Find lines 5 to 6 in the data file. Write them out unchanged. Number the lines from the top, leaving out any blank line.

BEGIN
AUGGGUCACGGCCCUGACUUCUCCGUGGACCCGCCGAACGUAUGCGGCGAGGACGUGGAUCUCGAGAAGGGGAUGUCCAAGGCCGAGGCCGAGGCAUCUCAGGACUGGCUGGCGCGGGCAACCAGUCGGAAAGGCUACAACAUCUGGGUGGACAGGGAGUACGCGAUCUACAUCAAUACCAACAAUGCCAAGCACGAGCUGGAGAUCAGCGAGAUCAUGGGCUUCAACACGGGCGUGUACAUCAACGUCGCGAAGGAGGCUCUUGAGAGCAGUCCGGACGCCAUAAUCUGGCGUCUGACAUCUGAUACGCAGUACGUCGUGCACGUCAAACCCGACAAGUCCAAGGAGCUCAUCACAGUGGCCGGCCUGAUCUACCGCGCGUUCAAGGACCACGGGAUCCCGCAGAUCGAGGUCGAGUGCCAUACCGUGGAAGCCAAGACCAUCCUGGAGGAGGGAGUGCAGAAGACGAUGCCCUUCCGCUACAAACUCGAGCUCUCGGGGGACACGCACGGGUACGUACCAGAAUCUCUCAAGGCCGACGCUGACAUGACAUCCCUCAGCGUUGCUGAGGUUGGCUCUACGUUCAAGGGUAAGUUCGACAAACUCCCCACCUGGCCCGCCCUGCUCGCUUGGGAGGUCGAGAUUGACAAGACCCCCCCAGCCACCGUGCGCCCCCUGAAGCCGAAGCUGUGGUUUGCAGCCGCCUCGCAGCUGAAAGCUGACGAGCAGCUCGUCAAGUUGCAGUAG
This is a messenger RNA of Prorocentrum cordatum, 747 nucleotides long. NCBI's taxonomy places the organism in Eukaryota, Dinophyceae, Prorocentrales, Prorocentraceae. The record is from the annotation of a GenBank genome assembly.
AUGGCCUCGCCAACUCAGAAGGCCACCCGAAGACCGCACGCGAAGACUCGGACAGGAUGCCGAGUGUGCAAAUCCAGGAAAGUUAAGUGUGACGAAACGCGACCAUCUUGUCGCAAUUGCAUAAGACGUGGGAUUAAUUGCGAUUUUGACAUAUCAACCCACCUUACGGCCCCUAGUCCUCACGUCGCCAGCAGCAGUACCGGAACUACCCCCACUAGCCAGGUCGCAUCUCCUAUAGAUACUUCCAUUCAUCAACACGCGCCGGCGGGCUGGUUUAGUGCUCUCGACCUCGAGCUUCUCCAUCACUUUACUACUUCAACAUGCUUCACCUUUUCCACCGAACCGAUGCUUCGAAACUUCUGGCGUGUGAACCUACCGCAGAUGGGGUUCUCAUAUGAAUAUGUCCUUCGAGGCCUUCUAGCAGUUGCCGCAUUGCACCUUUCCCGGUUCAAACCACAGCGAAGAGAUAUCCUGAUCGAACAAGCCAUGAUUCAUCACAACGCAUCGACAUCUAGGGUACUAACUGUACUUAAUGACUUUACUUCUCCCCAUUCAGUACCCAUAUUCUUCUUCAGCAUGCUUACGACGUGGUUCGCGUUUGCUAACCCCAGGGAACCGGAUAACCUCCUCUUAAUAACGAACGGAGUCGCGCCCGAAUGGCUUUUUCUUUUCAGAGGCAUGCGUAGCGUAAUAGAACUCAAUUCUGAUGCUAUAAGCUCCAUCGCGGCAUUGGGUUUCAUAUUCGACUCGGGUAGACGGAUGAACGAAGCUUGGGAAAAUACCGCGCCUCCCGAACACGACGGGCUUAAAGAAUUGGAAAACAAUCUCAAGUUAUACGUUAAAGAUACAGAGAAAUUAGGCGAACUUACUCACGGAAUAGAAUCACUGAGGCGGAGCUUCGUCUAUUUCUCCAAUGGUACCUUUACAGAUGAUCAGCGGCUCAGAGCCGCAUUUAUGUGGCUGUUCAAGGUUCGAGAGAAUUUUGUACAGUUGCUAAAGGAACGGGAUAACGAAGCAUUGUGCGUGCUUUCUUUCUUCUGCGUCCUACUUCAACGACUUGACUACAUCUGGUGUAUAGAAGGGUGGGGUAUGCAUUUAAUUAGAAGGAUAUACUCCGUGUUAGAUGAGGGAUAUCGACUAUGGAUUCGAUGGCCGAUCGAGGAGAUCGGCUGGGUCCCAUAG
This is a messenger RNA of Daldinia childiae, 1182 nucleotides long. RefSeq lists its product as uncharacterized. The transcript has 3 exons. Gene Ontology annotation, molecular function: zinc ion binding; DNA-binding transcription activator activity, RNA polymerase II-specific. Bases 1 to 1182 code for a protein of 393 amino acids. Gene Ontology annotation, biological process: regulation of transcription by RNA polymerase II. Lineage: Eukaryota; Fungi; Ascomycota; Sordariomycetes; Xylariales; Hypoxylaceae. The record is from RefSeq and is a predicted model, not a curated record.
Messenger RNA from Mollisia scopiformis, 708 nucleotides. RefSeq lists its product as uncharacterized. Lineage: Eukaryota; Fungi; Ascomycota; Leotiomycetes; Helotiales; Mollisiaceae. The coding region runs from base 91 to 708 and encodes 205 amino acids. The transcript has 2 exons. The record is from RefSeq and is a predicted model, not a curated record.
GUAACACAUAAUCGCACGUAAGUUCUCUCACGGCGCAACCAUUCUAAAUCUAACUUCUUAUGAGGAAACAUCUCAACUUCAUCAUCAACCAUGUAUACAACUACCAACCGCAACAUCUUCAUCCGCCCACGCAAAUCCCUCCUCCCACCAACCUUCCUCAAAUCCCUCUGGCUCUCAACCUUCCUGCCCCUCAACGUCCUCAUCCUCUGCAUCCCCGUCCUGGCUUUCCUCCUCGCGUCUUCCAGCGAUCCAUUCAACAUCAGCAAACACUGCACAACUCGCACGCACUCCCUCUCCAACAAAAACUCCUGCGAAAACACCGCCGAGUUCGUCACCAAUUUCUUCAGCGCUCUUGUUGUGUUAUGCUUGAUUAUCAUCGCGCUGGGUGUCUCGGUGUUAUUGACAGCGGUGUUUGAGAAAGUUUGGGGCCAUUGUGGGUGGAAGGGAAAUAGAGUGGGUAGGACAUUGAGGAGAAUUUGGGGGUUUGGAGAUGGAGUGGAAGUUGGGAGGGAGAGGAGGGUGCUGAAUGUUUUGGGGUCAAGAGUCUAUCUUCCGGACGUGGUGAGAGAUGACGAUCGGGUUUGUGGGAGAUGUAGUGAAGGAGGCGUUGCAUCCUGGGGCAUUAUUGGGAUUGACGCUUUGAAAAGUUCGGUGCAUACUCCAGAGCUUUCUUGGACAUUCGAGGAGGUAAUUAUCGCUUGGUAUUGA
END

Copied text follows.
Messenger RNA from Mollisia scopiformis, 708 nucleotides. RefSeq lists its product as uncharacterized. Lineage: Eukaryota; Fungi; Ascomycota; Leotiomycetes; Helotiales; Mollisiaceae. The coding region runs from base 91 to 708 and encodes 205 amino acids. The transcript has 2 exons. The record is from RefSeq and is a predicted model, not a curated record.
GUAACACAUAAUCGCACGUAAGUUCUCUCACGGCGCAACCAUUCUAAAUCUAACUUCUUAUGAGGAAACAUCUCAACUUCAUCAUCAACCAUGUAUACAACUACCAACCGCAACAUCUUCAUCCGCCCACGCAAAUCCCUCCUCCCACCAACCUUCCUCAAAUCCCUCUGGCUCUCAACCUUCCUGCCCCUCAACGUCCUCAUCCUCUGCAUCCCCGUCCUGGCUUUCCUCCUCGCGUCUUCCAGCGAUCCAUUCAACAUCAGCAAACACUGCACAACUCGCACGCACUCCCUCUCCAACAAAAACUCCUGCGAAAACACCGCCGAGUUCGUCACCAAUUUCUUCAGCGCUCUUGUUGUGUUAUGCUUGAUUAUCAUCGCGCUGGGUGUCUCGGUGUUAUUGACAGCGGUGUUUGAGAAAGUUUGGGGCCAUUGUGGGUGGAAGGGAAAUAGAGUGGGUAGGACAUUGAGGAGAAUUUGGGGGUUUGGAGAUGGAGUGGAAGUUGGGAGGGAGAGGAGGGUGCUGAAUGUUUUGGGGUCAAGAGUCUAUCUUCCGGACGUGGUGAGAGAUGACGAUCGGGUUUGUGGGAGAUGUAGUGAAGGAGGCGUUGCAUCCUGGGGCAUUAUUGGGAUUGACGCUUUGAAAAGUUCGGUGCAUACUCCAGAGCUUUCUUGGACAUUCGAGGAGGUAAUUAUCGCUUGGUAUUGA